Reducing presenteeism is good for the business. Employees who feel unwell but can’t afford to stay home or fear they’ll lose their jobs are less likely to seek medical attention, and therefore contribute to the spread of COVID-19 or other infectious illnesses to their co-workers.

Employees who work while sick also make more mistakes and have a 28 per cent higher chance of getting injured at work. That means even longer absences, potential liability risks, decreased job performance and increased injury levels.

Employees also have a role to play, and must be held accountable if they abuse paid sick days. One in every three employees admits to calling in sick when they are healthy and well. For all employees to benefit from paid sick days, playing hooky must stop, and employers are within their rights to reprimand workers who fake illness to avoid work. This helps build much-needed accountability and fairness around paid sick days.

Supporting businesses

We also need to explore government support for businesses that implement paid sick days. Given the community health benefits associated with paid sick days and the heavy cost of the federal government’s Canada Recovery Sickness Benefit, which provides those unable to work due to COVID-19 illness or self-isolation with $500 per week for a maximum of four weeks, financial support for businesses to offer paid sick days can offset the health-care costs of outbreaks and incentivize employers.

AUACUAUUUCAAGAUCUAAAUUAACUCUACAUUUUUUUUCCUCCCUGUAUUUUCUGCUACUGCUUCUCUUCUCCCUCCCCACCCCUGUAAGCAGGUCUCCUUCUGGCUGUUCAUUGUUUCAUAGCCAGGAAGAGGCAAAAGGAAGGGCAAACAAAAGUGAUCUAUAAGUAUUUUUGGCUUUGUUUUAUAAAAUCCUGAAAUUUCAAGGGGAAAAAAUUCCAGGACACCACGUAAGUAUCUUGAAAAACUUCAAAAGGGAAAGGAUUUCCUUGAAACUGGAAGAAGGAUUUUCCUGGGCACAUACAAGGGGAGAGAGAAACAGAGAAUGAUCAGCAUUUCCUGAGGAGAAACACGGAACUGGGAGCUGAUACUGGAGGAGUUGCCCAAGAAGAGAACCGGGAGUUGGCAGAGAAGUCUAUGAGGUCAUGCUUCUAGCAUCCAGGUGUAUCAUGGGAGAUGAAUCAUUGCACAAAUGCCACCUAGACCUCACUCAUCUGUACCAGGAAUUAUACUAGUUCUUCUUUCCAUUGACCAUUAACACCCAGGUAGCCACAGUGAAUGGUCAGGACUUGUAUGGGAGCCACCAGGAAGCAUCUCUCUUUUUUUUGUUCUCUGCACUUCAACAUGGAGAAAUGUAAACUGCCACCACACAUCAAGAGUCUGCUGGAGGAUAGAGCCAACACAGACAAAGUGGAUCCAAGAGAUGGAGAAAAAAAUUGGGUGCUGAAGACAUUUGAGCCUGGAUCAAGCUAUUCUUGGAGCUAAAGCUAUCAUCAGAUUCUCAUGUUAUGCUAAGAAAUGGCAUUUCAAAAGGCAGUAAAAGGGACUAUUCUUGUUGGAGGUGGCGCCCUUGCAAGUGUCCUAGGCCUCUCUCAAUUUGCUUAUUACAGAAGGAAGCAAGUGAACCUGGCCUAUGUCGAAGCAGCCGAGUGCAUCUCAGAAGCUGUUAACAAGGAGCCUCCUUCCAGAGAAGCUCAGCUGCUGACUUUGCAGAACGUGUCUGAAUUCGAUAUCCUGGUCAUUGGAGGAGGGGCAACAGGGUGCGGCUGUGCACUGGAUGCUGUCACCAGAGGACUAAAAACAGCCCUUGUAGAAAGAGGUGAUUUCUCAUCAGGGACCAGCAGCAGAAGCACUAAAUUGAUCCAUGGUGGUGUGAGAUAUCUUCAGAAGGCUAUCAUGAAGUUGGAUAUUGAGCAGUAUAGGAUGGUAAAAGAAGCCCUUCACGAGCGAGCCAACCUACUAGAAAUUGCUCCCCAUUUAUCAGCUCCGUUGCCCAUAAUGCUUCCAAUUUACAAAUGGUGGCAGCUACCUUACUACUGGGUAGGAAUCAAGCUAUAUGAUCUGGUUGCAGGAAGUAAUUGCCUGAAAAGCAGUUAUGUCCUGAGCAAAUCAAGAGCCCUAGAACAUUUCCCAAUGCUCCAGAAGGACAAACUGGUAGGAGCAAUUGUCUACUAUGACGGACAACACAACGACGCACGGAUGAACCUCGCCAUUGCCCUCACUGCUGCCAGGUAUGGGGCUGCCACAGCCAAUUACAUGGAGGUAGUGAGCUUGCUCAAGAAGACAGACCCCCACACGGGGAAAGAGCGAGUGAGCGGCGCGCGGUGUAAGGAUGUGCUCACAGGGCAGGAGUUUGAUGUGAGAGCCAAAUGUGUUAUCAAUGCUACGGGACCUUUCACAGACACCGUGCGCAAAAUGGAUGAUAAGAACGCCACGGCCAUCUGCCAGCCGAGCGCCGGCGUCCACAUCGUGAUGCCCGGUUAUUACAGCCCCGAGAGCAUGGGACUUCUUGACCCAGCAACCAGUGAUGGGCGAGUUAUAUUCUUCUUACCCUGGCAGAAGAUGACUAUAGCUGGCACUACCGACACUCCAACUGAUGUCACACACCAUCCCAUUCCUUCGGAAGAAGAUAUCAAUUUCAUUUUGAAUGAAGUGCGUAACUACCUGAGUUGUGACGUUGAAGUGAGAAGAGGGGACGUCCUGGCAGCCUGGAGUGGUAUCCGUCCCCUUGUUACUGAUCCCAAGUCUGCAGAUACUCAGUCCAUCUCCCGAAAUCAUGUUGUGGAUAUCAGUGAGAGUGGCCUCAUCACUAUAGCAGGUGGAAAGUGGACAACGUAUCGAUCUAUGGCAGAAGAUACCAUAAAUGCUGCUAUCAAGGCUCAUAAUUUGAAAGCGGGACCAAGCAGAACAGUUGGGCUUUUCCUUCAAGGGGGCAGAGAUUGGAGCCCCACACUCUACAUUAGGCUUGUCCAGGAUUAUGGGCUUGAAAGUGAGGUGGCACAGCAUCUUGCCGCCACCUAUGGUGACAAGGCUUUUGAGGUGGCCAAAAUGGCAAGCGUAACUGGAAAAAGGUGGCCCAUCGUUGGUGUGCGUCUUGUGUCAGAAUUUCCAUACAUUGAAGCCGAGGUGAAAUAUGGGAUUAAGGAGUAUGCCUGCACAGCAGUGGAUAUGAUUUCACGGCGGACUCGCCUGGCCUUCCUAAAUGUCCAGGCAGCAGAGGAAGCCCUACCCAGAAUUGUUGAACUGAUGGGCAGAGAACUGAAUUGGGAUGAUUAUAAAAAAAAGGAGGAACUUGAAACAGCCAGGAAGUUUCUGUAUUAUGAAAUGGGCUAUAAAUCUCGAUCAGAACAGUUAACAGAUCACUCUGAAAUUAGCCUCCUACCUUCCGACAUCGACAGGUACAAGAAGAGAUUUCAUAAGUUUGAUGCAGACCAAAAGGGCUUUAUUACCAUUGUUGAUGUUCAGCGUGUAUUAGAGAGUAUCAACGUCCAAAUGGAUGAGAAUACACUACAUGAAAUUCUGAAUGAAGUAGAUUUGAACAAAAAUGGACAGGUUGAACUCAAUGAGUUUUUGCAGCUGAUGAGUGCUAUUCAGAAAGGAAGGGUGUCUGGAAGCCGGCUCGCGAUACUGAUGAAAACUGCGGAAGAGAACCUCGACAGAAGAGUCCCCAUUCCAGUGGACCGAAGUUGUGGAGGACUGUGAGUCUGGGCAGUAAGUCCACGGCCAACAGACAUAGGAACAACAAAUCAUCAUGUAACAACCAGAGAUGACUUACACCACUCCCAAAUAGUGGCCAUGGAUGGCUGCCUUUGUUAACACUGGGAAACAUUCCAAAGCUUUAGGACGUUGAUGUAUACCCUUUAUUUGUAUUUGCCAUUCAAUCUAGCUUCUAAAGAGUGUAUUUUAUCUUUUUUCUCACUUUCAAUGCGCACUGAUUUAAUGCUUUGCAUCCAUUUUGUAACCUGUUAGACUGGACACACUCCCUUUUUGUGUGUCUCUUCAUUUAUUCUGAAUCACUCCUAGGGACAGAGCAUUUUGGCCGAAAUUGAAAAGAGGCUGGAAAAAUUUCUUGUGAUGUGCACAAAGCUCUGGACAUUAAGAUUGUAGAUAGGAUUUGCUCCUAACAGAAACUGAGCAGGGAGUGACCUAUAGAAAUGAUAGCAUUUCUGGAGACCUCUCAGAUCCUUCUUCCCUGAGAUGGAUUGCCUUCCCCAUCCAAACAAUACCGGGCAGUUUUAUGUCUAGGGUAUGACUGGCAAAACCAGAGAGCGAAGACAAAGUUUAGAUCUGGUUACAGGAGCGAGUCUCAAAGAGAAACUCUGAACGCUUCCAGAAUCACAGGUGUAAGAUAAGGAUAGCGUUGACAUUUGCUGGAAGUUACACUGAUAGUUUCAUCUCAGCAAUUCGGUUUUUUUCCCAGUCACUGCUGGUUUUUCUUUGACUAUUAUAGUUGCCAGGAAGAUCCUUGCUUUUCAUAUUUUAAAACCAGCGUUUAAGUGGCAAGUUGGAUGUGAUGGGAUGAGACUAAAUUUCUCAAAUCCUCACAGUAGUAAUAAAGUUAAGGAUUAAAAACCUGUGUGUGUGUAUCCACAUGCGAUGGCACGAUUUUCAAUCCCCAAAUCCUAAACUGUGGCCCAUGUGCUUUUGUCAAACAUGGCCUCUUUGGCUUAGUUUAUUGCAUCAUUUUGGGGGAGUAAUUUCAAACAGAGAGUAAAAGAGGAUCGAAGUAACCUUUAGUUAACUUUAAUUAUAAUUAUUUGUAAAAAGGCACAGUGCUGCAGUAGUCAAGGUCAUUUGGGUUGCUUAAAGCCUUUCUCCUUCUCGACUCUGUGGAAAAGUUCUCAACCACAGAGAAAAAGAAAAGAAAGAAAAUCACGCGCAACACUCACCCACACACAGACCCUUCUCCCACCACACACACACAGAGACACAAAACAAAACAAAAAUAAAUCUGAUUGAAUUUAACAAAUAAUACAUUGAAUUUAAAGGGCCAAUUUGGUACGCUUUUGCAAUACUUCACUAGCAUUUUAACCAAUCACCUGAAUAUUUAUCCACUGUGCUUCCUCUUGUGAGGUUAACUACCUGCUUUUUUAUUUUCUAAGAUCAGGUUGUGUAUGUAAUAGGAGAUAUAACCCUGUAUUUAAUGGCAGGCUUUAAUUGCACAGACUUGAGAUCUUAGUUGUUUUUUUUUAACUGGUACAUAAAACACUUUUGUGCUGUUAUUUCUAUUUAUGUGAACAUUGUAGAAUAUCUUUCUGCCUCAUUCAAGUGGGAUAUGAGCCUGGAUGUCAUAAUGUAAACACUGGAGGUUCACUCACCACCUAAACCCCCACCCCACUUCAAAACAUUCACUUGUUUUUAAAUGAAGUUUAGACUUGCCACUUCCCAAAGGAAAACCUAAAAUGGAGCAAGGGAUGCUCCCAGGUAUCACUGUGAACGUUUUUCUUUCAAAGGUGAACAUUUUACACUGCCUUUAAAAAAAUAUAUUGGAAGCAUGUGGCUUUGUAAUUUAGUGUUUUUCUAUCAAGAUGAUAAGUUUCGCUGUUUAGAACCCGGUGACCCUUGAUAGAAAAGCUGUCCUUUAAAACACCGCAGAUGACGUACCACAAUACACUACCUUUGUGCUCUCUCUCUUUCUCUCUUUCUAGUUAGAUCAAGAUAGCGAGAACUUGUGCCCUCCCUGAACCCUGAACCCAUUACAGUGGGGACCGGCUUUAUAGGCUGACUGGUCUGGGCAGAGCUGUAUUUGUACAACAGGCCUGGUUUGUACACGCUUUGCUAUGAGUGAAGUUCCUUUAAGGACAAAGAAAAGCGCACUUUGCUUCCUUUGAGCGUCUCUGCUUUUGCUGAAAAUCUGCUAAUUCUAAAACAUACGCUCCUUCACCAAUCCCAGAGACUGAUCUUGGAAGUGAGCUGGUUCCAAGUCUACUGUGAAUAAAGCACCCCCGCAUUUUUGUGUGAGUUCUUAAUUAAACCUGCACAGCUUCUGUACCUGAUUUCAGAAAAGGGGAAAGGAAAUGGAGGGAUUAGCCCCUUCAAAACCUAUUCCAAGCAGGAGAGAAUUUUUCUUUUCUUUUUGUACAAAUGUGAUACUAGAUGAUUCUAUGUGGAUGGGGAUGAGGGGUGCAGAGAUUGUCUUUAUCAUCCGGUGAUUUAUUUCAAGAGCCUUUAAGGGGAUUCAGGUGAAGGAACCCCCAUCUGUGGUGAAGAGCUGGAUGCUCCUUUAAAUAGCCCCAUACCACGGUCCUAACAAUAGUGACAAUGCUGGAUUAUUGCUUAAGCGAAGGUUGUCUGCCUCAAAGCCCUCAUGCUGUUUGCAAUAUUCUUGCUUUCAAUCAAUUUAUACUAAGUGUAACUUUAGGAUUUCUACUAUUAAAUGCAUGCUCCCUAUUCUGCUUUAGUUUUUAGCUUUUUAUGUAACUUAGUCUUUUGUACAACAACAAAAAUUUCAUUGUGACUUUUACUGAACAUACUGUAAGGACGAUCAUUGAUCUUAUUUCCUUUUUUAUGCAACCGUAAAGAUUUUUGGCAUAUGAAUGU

The government’s sick leave benefit expires on Sept. 25, 2021. As of Feb. 14, there had been 392,280 unique applicants for the benefit. Assuming a $1,000 payout for a two-week absence, the paid sick day benefit has cost the federal government more than $300 million dollars in just five months. It will undoubtedly become more expensive since the government recently upped the coverage period from two weeks to four.

Ultimately, employees shouldn’t have to choose between working while sick and providing food or shelter for themselves and their families. They should also be able to go to work without fear of catching COVID-19 from co-workers.

Post-pandemic, we must learn from our mistakes and take action in a more permanent manner. While the benefits of paid sick days are clear, an integrated approach involving employers, employees and government is required.

Nita Chhinzer is an associate professor of human resource management and business consulting at the University of Guelph in Ontario. Her research on human resource management is partially funded the Government of Canada under a Social Sciences and Humanities Research Council (SSHRC) Insight Grant. She is on the Covid-19 Advisory Board for the Governance Professional of Canada, and on the Advisory Board for the Canadian HR Reporter. She is also on the Board of Directors at the Toronto Centre for Learning & Development.

This article is republished from The Conversation under a Creative Commons license. Disclosure information is available on the original site.